The “mommy wars” are waged over what are actually quite important societal and personal issues, which merit ongoing discussion and debate.
Take breastfeeding, for example, the A-bomb of the “mommy wars.” Whether to breastfeed, where, and for how long are not merely personal issues. Breastfeeding has implications for children’s health, women’s health, tax policy, city laws, and workplace policy, not to mention fundamental rights and freedoms.
Consider also Pinterest, a new front in the “mommy wars.” Pinterest is the latest form of social media, where users can create virtual pinboards on topics ranging from kids’ birthday party ideas to recipes to home décor inspirations. Pinterest links people through shared tastes, but it can also raise inner doubts about maternal adequacy.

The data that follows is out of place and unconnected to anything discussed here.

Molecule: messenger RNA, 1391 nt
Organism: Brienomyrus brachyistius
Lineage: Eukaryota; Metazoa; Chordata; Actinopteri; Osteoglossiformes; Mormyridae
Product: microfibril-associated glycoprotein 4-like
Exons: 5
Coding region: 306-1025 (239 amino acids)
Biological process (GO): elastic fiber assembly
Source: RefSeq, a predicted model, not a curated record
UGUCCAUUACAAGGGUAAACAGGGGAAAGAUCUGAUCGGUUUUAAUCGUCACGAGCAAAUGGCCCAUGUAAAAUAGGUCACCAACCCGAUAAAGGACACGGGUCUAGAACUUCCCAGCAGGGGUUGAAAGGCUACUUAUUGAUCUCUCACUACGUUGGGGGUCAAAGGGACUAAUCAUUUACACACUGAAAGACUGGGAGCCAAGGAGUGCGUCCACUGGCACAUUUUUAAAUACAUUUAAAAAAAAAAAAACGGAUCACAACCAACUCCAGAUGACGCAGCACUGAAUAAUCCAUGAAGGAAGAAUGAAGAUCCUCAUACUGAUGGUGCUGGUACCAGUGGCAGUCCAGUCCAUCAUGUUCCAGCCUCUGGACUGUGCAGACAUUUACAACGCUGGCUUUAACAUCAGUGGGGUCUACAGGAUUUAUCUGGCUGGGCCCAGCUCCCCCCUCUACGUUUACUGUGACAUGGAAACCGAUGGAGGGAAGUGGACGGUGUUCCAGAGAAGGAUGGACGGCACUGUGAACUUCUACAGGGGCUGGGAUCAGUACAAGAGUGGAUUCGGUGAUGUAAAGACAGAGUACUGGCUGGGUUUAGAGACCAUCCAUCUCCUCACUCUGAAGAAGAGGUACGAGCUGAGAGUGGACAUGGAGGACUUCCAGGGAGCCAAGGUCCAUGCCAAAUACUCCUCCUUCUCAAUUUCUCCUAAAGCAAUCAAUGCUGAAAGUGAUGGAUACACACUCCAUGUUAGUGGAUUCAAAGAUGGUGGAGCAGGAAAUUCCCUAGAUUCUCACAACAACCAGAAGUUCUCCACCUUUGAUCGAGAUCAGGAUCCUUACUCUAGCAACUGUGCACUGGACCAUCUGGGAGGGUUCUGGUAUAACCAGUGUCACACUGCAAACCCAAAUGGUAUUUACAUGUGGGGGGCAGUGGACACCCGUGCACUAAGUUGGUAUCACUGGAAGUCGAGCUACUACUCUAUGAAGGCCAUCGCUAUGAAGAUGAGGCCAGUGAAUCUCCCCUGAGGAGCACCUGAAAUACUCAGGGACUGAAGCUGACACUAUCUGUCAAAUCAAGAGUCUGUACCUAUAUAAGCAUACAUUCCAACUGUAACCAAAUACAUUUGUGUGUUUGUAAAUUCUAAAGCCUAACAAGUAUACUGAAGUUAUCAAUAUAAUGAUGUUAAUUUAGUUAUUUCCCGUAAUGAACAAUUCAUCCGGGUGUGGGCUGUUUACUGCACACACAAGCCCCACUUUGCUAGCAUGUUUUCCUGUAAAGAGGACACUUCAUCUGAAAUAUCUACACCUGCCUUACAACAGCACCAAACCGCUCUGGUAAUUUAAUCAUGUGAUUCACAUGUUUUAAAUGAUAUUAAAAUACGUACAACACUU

The debate isn’t simply about “screen time” that’s diverted from hands-on parenting, or how distracted mothers should be with their kids. Decisions about whether to use Pinterest, or any social media for that matter, for how long, and for what purposes determine how mothers – and all of us – use our most precious resources: time and money. Spending time on Pinterest in particular also shapes our desires and wants and can influence the expectations of our children.
If the mommy wars are avoided, then so is discussion of these public issues.